Third Sector
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Age UK - Charities welcome Government's pause on NHS reforms

A coalition of leading health charities have welcomed a commitment from Health Secretary, Andrew Lansley to listen to patients' views on NHS reform, but are urging the government to take this opportunity to make real changes.

The charity Rethink Mental Illness is leading a coalition of health charities who are campaigning together to make sure the government are listening to patients on NHS reform.

The charity coalition want to ensure the NHS is answerable to everyone it serves, with patient involvement and democratic accountability enshrined at its heart - what the government itself has called, 'no decision about me without me'.

Rethink Mental Illness CEO Paul Jenkins commented: 'There is a disappointing gap between rhetoric and reality. Unless the Bill is amended, GP Consortia would be free to commission services without meaningful input from the people who would use them.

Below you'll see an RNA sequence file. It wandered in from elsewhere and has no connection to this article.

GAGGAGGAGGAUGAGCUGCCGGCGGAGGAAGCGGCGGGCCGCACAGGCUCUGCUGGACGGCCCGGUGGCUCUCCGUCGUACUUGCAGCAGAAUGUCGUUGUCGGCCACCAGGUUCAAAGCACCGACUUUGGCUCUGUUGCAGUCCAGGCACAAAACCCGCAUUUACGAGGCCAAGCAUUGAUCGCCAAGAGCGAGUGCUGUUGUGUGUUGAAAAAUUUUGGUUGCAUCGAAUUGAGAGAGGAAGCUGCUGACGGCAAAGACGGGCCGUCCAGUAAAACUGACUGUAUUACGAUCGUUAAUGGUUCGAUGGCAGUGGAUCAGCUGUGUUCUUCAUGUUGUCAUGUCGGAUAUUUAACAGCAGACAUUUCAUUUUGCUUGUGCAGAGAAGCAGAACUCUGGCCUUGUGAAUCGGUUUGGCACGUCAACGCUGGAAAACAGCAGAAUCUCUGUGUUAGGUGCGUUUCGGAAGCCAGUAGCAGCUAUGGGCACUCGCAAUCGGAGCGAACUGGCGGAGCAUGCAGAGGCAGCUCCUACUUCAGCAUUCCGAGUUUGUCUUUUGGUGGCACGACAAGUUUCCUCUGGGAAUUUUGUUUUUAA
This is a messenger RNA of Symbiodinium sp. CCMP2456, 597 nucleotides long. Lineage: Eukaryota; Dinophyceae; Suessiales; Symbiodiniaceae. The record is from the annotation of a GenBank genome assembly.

'It would be a mistake to assume that the HealthWatch bodies described in the Bill will be well equipped to fulfil this role. It's unlikely that they will be representative of all patients, especially marginalised groups, such as people with a mental illness. Our charities call for assurances from the government that everyone will have a say in their local NHS, not just those who are the most able.'

The importance of involving the public

The charity coalition believes the current Bill also does not do enough to ensure that the public has a meaningful role in the governance of GP Consortia.

Currently, the Bill states the consortia will be able to set up their governance structures in the way they see fit. While some consortia will clearly see the benefit of involving the public, the fear is that many will not.

The charities involved in this campaign include Rethink Mental Illness, Age UK, Alzheimer’s Society, Asthma UK, Macmillan Cancer Support, National Voices, The British Heart Foundation, The Neurological Alliance, and The Stroke Association.